After settling in Utah in 1848, Brigham Young announced a priesthood ban which prohibited all men of black African descent from holding the priesthood. In connection, Mormons of African descent could not participate in Mormon temple rites such as the endowment or sealing. These racial restrictions remained in place until 1978, when the policy was rescinded by president of the Church Spencer W. Kimball.
Conflict with U.S. government
Shortly after the arrival of Young's pioneers, the new Mormon colonies were incorporated into the United States through Mexican cession, Young petitioned the U.S. Congress to create the State of Deseret. The compromise of 1850 instead carved out Utah territory, and Young was installed as governor. As governor and church president, Young directed both religious and economic matters. He encouraged independence and self-sufficiency. Many cities and towns in Utah, and some in neighboring states, were founded under Young's direction. Young's leadership style has been viewed as autocratic.
When federal officials received reports of widespread and systematic obstruction of federal officials in Utah (most notably judges), U.S. President James Buchanan decided to install a non-Mormon governor. Buchanan accepted the reports of the judges without any further investigation, and the new non-sectarian governor was accompanied by troops sent to garrison forts in the new territory. The troops passed by the bloody Kansas–Missouri War without intervening in it, as it was not open warfare and only isolated sporadic incidents. When Young received word that federal troops were headed to Utah with his replacement, he called out his militia to ambush the federal column. During the defense of Deseret, now called the Utah War, Young held the U.S. army at bay for a winter by taking their cattle and burning supply wagons. The Mormon forces were largely successful thanks to lot Smith. Young made plans to burn Salt Lake City and move his followers to Mexico, but at the last minute he relented and agreed to step down as governor. He later received a pardon from Buchanan. Relations between Young and future governors and U.S. presidents were mixed.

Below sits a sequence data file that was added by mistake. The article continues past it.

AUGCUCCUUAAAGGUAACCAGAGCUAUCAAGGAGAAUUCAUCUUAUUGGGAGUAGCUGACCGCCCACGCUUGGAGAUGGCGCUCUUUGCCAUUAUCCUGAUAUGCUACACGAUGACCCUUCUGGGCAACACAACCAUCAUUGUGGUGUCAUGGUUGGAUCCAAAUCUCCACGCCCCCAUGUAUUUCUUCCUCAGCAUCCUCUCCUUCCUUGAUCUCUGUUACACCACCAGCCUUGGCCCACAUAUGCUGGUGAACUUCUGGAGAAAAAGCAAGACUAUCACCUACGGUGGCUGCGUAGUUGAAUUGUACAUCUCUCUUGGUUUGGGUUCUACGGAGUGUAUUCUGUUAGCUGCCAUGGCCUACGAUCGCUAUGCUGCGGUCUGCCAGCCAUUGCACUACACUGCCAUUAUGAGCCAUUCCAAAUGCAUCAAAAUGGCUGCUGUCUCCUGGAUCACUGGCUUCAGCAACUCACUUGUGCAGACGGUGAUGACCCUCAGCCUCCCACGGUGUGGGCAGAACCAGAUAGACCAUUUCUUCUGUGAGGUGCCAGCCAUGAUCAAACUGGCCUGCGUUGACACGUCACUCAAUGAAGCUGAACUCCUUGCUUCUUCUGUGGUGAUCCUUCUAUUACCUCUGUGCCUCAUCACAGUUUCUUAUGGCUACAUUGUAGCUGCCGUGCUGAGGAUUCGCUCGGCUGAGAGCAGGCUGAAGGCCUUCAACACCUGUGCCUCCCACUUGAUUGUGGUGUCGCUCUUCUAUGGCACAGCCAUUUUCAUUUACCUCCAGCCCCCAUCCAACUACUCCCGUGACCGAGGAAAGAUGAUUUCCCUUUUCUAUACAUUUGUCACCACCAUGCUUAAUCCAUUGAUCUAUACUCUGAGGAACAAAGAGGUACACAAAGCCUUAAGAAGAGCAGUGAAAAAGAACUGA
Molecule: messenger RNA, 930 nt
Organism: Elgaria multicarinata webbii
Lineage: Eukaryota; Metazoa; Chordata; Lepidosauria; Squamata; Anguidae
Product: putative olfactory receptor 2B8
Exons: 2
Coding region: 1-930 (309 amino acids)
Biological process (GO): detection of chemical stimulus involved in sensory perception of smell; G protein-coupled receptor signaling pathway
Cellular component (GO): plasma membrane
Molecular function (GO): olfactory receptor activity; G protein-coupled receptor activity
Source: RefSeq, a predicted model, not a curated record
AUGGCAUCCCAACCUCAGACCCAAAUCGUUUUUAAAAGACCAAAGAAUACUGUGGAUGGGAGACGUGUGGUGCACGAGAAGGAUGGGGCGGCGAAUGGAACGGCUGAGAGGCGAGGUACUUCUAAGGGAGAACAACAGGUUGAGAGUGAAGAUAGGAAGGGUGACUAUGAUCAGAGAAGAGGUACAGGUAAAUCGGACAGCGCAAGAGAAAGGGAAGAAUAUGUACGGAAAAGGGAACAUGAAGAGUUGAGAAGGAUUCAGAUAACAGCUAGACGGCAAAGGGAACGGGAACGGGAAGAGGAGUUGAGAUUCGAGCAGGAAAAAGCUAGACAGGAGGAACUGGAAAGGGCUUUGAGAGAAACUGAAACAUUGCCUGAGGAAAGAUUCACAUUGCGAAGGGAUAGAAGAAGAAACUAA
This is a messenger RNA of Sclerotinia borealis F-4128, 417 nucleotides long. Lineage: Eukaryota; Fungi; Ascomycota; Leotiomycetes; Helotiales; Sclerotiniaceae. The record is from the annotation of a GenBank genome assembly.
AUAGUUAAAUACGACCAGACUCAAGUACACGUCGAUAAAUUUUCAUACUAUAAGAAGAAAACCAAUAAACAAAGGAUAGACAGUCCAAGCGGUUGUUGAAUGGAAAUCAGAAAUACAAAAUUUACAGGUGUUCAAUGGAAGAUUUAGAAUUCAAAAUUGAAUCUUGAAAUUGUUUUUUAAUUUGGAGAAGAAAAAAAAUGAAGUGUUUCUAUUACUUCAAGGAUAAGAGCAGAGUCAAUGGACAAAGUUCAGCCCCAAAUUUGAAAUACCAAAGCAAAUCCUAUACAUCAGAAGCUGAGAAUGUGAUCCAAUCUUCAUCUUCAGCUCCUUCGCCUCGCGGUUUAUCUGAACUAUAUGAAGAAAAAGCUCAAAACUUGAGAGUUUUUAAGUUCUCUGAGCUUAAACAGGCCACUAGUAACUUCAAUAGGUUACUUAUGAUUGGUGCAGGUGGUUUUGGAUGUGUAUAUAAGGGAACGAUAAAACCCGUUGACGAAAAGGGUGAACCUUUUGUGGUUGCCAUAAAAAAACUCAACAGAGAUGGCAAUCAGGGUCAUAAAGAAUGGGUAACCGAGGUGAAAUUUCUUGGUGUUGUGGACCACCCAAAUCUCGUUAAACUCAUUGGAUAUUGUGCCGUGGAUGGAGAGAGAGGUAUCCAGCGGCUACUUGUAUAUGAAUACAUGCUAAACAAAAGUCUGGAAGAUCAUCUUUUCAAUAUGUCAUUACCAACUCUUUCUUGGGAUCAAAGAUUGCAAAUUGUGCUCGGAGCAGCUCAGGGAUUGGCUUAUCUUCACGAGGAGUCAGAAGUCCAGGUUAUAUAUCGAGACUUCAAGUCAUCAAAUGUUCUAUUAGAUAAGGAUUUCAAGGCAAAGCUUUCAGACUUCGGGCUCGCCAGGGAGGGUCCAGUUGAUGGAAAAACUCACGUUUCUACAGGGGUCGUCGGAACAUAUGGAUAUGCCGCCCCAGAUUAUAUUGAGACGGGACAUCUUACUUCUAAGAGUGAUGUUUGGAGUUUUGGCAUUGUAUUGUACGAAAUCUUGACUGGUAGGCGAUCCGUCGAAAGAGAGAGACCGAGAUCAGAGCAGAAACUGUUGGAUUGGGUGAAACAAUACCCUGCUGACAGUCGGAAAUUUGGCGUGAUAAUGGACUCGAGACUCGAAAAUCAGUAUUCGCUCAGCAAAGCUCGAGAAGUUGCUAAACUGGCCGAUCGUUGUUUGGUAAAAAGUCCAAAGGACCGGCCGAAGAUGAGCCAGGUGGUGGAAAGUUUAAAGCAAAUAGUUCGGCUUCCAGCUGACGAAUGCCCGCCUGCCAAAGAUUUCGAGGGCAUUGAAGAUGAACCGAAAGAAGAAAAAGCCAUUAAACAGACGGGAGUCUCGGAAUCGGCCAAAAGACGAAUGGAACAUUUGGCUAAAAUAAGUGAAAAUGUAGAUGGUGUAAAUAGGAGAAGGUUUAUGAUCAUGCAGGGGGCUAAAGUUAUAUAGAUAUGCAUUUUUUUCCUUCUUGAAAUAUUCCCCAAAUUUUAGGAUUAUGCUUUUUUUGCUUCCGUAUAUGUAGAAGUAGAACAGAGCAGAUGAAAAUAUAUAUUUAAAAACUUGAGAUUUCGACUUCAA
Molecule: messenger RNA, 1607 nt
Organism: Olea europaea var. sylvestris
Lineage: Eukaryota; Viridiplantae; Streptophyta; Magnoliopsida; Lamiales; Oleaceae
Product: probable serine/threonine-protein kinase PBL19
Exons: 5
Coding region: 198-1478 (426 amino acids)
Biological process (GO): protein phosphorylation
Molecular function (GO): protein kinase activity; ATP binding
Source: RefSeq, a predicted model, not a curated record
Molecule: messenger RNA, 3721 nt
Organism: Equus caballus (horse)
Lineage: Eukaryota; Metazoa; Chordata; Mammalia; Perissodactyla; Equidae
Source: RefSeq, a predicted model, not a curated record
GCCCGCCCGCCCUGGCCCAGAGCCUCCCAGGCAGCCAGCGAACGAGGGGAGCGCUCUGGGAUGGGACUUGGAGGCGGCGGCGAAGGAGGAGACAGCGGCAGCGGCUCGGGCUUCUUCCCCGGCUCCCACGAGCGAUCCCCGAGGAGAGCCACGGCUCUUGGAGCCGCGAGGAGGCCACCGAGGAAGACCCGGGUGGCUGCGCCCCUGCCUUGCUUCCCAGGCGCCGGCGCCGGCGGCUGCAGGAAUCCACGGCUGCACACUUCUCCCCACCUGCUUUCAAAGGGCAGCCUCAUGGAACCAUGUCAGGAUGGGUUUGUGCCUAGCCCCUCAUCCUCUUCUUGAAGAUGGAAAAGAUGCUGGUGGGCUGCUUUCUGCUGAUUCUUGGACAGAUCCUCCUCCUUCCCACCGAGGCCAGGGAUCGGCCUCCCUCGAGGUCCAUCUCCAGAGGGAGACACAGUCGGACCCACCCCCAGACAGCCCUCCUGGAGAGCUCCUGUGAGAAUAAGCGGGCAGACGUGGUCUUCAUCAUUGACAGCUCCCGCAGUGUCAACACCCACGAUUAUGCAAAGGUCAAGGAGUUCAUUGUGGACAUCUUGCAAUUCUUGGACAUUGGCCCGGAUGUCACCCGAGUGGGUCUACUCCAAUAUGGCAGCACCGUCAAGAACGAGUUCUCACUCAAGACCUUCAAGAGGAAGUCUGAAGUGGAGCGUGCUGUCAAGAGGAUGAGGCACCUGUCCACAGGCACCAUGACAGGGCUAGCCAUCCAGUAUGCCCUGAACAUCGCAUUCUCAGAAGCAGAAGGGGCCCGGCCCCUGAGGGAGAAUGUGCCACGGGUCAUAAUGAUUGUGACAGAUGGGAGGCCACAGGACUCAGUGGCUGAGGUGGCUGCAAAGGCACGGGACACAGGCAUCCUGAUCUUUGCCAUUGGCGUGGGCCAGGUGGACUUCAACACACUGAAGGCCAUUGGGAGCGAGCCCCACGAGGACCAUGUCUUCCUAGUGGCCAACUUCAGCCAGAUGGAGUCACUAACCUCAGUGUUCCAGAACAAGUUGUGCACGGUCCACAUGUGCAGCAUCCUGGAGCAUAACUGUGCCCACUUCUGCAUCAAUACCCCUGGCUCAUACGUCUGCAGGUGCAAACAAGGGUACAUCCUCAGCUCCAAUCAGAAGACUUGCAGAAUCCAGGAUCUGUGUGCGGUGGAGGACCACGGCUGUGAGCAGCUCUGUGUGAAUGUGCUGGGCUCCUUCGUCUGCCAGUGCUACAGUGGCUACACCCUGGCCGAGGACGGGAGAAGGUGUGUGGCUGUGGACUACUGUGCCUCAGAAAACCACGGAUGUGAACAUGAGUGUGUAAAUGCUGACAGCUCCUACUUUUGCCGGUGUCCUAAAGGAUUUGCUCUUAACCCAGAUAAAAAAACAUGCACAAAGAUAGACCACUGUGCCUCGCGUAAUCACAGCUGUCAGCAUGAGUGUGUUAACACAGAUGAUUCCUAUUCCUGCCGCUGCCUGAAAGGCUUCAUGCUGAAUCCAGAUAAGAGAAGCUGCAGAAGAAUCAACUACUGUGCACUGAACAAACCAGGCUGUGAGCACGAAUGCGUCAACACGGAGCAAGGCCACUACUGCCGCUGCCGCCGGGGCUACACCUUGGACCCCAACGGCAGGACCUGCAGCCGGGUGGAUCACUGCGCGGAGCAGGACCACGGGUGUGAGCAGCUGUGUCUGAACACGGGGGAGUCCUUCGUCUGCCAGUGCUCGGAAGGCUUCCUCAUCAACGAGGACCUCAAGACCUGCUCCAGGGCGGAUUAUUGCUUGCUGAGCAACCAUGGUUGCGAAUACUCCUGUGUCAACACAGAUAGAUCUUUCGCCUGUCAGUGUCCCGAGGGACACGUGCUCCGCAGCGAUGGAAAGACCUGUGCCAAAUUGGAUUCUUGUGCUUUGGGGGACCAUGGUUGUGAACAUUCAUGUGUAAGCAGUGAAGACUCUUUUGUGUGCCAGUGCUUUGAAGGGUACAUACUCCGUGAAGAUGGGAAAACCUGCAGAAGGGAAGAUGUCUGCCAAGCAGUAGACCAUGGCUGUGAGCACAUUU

Other notable actions
Young organized the Mormon tabernacle choir and in 1850 founded the University of Deseret, which is now the University of Utah. In 1875, just two years before his death, he founded Brigham Young academy, which later became Brigham Young university. In 1950, the state of Utah donated a marble statue of Young to the national statuary hall collection at the United States Capitol.